Yellowstone grizzly bear mortality, human habituation, and whitebark pine seed crops

Journal of Wildlife Management
By: , and 



The Yellowstone grizzly bear (Ursus arctos horribilis) population may be extirpated during the next 100-200 years unless mortality rates stabilize and remain at acceptable low levels. Consequently, we analyzed relationships between Yellowstone grizzly bear mortality and frequency of human habituation among bears and size of the whitebark pine (Pinus albicaulis) seed crop. During years of large seed crops, bears used areas within 5 km of roads and 8 km of developments half as intensively as during years of small seed crops because whitebark pine's high elevation distribution is typically remote from human facilities. On average, management trappings of bears were 6.2 times higher, mortality of adult females 2.3 times higher, and mortality of subadult males 3.3 times higher during years of small seed crops. We hypothesize that high mortality of adult females and subadult males during small seed crop years was a consequence of their tendency to range closest (of all sex-age cohorts) to human facilities; they also had a higher frequency of human habituation compared with adult males. We also hypothesize that low morality among subadult females during small seed crop years was a result of fewer energetic stressors compared with adult females and greater familiarity with their range compared with subadult males; mortality was low even though they ranged close to humans and exhibited a high frequency of human habituation. Human-habituated and food-conditioned bears were 2.9 times as likely to range within 4 km of developments and 3.1 times as often killed by humans compared with nonhabituated bears. We argue that destruction of habituated bears that use native foods near humans results in a decline in the overall ability of bears to use available habitat; and that the number and extent of human facilities in occupied grizzly bear habitat needs to be minimized unless habituated bears are preserved and successful ways to manage the associated risks to humans are developed.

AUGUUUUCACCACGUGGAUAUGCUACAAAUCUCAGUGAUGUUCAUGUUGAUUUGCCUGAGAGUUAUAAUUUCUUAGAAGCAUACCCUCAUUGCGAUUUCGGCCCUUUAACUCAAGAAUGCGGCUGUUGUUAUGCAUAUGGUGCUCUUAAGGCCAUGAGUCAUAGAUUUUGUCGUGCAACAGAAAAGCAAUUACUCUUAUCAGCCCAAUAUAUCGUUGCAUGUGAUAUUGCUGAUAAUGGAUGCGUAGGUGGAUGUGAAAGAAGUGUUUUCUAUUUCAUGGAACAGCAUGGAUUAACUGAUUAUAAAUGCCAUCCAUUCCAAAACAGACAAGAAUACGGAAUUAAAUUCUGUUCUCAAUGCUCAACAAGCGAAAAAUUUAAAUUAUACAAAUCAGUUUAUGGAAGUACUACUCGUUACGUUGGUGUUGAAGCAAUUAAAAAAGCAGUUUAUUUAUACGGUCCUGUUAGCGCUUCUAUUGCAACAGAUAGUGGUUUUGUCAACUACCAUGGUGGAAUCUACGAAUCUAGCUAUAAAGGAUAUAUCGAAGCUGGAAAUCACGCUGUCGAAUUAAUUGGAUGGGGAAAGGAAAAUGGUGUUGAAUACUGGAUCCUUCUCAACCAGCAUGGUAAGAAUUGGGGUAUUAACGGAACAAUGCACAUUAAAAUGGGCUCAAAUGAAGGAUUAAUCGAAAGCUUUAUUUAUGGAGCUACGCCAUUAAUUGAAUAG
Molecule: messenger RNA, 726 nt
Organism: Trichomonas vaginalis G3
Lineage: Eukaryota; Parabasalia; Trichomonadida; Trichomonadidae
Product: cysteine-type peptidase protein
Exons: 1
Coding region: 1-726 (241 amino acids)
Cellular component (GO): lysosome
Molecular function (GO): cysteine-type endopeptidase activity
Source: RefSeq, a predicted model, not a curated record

Study Area

Additional publication details

Publication type Article
Publication Subtype Journal Article
Title Yellowstone grizzly bear mortality, human habituation, and whitebark pine seed crops
Series title Journal of Wildlife Management
DOI 10.2307/3808855
Volume 56
Issue 3
Year Published 1992
Language English
Publisher Wildlife Society
Publisher location Washington, D.C.
Contributing office(s) Northern Rocky Mountain Science Center
Description 11 p.
Larger Work Type Article
Larger Work Subtype Journal Article
Larger Work Title The Journal of Wildlife Management
First page 432
Last page 442
Country United States
State Idaho, Montana, Wyoming
Other Geospatial Yellowstone National Park
Online Only (Y/N) N
Additional Online Files (Y/N) N